it will also allow less light to reach the digital media.
To continue with the metaphor of the room and the window, if you leave the curtains open for an hour you allow more light (cumulatively) into the room than if you leave them open for half an hour. That’s how your camera’s
shutter speed works ...

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What is my aperture?

Posted by Mike Voss on Tuesday, April 2, 2013, In : improving your photography 
Aperture refers to the opening, which is actually located in your lens,
that allows light to enter your camera. To understand how it works,
imagine that you are in a darkened room with a window covered by
curtains. If you open the curtains, light enters the room. The wider you
open the curtains the more light enters the room. If you close the curtains
the room becomes dark again. You are controlling the amount of light entering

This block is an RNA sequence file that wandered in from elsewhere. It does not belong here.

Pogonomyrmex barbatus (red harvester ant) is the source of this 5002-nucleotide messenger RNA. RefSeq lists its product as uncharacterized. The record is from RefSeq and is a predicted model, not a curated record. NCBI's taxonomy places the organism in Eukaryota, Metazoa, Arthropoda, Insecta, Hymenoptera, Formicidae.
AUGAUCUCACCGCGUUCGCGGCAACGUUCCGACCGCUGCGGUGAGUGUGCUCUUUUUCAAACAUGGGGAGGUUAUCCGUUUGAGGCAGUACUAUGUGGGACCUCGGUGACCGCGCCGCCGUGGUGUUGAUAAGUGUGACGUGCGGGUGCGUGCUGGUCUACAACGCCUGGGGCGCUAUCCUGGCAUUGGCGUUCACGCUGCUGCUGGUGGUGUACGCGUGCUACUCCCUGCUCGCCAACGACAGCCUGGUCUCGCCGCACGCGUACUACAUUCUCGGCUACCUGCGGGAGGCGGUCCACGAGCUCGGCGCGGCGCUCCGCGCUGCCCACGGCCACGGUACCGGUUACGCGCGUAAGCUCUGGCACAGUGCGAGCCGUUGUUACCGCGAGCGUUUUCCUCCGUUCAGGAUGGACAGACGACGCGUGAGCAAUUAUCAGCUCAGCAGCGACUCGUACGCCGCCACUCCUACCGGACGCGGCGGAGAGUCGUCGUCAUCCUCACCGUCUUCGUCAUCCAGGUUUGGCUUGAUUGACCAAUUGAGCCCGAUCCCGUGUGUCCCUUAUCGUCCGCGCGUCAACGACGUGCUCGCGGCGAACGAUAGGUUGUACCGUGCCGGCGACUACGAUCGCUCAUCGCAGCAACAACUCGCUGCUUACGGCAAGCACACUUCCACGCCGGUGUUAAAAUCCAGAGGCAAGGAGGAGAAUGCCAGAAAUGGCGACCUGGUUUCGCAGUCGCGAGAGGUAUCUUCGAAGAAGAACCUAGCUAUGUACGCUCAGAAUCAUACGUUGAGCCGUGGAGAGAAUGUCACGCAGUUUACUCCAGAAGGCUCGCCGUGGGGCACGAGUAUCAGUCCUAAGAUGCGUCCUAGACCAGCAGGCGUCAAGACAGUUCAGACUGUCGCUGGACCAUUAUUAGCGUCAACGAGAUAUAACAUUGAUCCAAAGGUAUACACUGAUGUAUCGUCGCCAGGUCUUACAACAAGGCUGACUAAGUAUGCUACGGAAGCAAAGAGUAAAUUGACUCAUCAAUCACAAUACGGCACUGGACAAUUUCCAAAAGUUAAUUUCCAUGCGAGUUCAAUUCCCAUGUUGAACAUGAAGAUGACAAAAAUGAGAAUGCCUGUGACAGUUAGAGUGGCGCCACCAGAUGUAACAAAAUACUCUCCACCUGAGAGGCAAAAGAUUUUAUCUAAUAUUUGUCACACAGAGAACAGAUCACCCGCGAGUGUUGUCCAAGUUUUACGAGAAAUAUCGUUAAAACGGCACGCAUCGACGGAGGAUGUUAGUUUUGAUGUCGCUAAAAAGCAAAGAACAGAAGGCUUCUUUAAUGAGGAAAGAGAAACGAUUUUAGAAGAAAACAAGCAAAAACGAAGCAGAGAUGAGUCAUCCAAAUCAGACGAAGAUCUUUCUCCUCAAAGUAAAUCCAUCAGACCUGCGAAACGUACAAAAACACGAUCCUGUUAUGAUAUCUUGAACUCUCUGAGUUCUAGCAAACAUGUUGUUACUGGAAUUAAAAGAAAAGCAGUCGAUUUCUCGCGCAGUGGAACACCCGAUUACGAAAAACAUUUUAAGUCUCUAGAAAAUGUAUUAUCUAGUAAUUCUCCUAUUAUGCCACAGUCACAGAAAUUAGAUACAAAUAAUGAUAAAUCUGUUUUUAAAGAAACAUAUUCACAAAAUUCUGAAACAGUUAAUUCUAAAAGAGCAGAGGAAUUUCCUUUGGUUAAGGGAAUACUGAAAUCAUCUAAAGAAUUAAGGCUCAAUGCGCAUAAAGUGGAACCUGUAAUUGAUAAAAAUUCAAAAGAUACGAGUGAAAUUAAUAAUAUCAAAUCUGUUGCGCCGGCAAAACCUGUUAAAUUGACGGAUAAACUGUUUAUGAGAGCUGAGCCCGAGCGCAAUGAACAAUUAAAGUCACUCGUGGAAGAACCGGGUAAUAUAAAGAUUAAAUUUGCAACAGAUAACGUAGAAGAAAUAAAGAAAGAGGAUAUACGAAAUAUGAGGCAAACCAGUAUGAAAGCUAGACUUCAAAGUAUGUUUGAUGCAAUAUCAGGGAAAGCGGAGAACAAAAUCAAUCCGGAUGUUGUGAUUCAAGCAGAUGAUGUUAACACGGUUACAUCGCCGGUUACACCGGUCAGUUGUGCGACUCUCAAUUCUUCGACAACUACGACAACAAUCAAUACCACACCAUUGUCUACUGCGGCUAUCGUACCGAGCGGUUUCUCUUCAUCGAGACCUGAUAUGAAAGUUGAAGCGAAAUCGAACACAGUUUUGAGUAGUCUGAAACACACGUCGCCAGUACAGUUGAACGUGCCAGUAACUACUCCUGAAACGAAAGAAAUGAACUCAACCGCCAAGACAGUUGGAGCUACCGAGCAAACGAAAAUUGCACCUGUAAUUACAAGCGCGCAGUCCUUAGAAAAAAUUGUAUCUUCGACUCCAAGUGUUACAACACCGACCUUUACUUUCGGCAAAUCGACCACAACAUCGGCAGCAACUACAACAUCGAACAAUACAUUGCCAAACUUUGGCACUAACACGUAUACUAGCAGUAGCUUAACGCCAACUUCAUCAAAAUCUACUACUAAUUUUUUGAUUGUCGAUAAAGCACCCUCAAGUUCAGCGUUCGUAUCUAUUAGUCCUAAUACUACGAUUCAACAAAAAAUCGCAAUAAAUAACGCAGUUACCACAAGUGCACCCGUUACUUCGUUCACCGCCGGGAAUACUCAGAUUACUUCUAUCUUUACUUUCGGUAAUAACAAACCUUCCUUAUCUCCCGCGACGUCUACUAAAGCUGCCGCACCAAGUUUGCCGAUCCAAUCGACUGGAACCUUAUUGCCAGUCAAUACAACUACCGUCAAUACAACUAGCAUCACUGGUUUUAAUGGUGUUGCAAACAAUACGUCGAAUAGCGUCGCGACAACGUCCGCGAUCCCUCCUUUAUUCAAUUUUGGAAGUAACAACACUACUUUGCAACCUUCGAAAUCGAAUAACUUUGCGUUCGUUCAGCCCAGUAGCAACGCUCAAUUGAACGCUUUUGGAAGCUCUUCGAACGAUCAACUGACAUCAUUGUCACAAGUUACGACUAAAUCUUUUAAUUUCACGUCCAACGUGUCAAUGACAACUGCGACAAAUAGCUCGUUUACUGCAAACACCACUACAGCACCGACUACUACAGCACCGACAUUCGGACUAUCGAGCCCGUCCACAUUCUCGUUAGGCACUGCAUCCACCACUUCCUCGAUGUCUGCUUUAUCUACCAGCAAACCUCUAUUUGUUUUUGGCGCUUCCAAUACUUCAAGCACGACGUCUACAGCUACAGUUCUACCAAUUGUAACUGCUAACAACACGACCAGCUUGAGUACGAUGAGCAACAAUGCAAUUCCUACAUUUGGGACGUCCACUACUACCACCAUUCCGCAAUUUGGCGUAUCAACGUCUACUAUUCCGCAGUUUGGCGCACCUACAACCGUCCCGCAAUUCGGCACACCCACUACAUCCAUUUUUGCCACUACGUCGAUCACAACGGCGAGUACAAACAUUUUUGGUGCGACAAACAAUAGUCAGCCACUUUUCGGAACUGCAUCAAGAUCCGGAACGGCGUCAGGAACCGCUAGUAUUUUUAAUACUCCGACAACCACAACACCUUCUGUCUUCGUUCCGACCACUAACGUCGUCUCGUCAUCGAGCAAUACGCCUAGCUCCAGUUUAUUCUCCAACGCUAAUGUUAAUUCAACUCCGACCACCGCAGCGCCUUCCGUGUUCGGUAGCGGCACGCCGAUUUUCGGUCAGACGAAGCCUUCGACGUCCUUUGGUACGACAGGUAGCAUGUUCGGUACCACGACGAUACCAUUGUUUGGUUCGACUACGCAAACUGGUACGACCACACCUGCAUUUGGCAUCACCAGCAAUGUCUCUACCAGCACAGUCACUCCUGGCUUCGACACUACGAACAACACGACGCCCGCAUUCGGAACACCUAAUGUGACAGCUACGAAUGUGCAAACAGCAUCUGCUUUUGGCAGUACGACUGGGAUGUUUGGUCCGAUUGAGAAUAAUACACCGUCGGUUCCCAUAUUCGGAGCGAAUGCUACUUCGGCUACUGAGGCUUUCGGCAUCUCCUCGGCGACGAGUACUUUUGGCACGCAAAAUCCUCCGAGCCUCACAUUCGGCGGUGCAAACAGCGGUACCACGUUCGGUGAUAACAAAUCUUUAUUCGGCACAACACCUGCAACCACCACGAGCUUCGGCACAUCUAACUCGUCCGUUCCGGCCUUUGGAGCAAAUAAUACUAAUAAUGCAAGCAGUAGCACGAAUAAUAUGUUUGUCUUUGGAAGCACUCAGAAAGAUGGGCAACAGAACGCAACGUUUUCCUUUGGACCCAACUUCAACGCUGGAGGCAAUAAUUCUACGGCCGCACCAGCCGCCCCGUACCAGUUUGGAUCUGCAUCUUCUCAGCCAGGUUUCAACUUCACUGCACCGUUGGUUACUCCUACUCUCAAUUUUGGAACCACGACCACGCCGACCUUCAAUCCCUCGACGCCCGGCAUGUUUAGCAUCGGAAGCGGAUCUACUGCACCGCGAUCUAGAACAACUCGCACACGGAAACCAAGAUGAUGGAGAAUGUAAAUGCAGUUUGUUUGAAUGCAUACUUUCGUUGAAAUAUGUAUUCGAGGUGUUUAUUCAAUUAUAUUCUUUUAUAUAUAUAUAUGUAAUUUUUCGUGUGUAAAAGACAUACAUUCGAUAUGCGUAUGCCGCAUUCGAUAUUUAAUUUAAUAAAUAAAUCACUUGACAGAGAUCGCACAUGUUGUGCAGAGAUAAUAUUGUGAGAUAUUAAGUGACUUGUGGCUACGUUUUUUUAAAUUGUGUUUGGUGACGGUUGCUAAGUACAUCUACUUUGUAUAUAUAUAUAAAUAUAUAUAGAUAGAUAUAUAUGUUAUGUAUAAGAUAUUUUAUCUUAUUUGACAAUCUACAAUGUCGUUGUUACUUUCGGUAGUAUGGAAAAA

the room the same way you adjust your aperture to control the light ...
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Explain how to set my manual exposure!

Posted by Mike Voss on Friday, March 8, 2013, In : improving your photography 
Books have been written on the subject. Big books. Heavy books with lots of pages. Some of the pages have 
great photos as illustrations. I'll try a very basic explanation over the next few, or maybe many entries. As always comments and suggestions are always welcome. feel free to contribute.
There are three elements to photographic exposure. They are often referred to as a triangle, and the the three points of
the triangle are aperture, shutter speed and ISO. These three elements are interconn...
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Help! Where to start...

Posted by Mike Voss on Wednesday, January 23, 2013, In : improving your photography 
I was killing time on an assignment when I was approached by a police officer
who said her husband had given her an "expensive camera" as a gift for
Christmas so she could photograph their children and she said she didn't
know where to start.
I told her there were plenty of classes she could look into and I suggested she try